# [R] Apply a multi-variable function to a vector

Stephen Kennedy stevek9123 at gmail.com
Mon Sep 12 21:58:47 CEST 2016

```Hello Jeff,

I kept fooling with this, and also looking around the web and I actually
found something on stackoverflow, which does what I had in mind.  You
mentioned that you would rarely use someting like this, but the link is:

http://stackoverflow.com/questions/6192848/how-to-generalize-outer-to-n-dimensions

This may not be efficient, but what I like is that you can name the vectors
of variable values anything, as well as the names of the variables in the
arbitrary function.  It is not sensitive to the 'names' of anything.

Here is the code.  I used the function you defined for me, but for example
you can just pass in a vector of values (1:3, etc. below) and this produces
the output array.  I would name the vector something that means something
to me (temperature_vals = c(), etc.), and then pass that to multi.outer,
and the function will be applied (independent of what you name the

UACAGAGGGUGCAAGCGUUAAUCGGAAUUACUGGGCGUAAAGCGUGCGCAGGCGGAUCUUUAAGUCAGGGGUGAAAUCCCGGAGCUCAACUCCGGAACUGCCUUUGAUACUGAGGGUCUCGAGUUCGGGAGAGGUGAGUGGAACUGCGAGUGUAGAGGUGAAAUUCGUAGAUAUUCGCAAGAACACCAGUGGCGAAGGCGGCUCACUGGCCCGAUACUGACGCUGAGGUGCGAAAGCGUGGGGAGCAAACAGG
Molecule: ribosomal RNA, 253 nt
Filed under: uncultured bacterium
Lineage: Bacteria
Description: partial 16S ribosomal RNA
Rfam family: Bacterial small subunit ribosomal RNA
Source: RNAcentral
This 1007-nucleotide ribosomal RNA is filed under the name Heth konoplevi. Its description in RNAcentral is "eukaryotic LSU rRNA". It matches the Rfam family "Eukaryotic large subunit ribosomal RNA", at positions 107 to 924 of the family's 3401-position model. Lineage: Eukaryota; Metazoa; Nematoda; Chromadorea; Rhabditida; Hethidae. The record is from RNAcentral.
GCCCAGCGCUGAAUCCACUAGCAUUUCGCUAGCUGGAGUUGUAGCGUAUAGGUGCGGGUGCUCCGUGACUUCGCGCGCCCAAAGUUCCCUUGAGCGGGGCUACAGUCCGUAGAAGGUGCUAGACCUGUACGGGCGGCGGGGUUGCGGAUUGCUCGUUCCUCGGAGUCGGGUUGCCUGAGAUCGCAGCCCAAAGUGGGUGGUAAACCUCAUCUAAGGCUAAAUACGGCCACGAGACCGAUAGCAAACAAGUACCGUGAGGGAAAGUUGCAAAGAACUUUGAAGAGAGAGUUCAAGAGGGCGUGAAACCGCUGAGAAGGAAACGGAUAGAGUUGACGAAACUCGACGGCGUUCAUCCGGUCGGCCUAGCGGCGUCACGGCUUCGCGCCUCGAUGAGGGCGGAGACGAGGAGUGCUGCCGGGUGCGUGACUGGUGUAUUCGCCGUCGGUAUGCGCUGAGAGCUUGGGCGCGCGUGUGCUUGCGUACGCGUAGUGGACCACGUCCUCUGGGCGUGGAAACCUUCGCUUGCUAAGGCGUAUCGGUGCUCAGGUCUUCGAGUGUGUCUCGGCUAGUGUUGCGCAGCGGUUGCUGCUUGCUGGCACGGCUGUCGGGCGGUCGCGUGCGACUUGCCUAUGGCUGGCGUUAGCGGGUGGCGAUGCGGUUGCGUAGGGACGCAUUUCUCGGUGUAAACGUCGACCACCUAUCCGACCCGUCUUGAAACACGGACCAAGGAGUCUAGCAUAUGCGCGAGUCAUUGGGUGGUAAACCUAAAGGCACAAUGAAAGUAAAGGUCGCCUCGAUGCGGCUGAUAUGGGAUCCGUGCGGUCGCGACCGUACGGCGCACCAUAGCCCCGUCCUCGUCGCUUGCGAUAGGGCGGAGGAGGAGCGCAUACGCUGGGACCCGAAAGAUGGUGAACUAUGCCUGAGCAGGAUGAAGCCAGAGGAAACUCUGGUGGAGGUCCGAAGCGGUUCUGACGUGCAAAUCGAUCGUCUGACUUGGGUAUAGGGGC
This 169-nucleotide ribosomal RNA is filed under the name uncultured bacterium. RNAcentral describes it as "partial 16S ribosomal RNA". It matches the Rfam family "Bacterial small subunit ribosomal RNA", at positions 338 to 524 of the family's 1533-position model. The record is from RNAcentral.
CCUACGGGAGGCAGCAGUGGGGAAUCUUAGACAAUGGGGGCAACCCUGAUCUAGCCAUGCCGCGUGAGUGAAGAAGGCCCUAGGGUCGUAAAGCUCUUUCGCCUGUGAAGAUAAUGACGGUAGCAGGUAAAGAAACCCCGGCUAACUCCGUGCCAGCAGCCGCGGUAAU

variables in the function).

Thanks again for your help.  The responses are like a tutorial for me ...

Best,

Steve

list_args <- Vectorize( function(a,b) c( as.list(a), as.list(b) ),
+                         SIMPLIFY = FALSE)

make_args_mtx <- function( alist ) {
+     Reduce(function(x, y) outer(x, y, list_args), alist)
+ }

multi.outer <- function(f, ... ) {
+     args <- make_args_mtx(list(...))
+     apply(args, 1:length(dim(args)), function(a) do.call(f, a[[1]] ) )
+ }

multi.outer(myfunc, 1:3, 2:6, 3:4)
, , 1

[,1] [,2] [,3] [,4] [,5]
[1,]    5    6    7    8    9
[2,]    7    9   11   13   15
[3,]    9   12   15   18   21

, , 2

[,1] [,2] [,3] [,4] [,5]
[1,]    6    7    8    9   10
[2,]    8   10   12   14   16
[3,]   10   13   16   19   22

On Sat, Sep 10, 2016 at 1:29 AM, Jeff Newmiller <jdnewmil at dcn.davis.ca.us>
wrote:

> Not sure I understand what you really want, if you have found ways to
> accomplish what you want but are not satisfied with them. That is one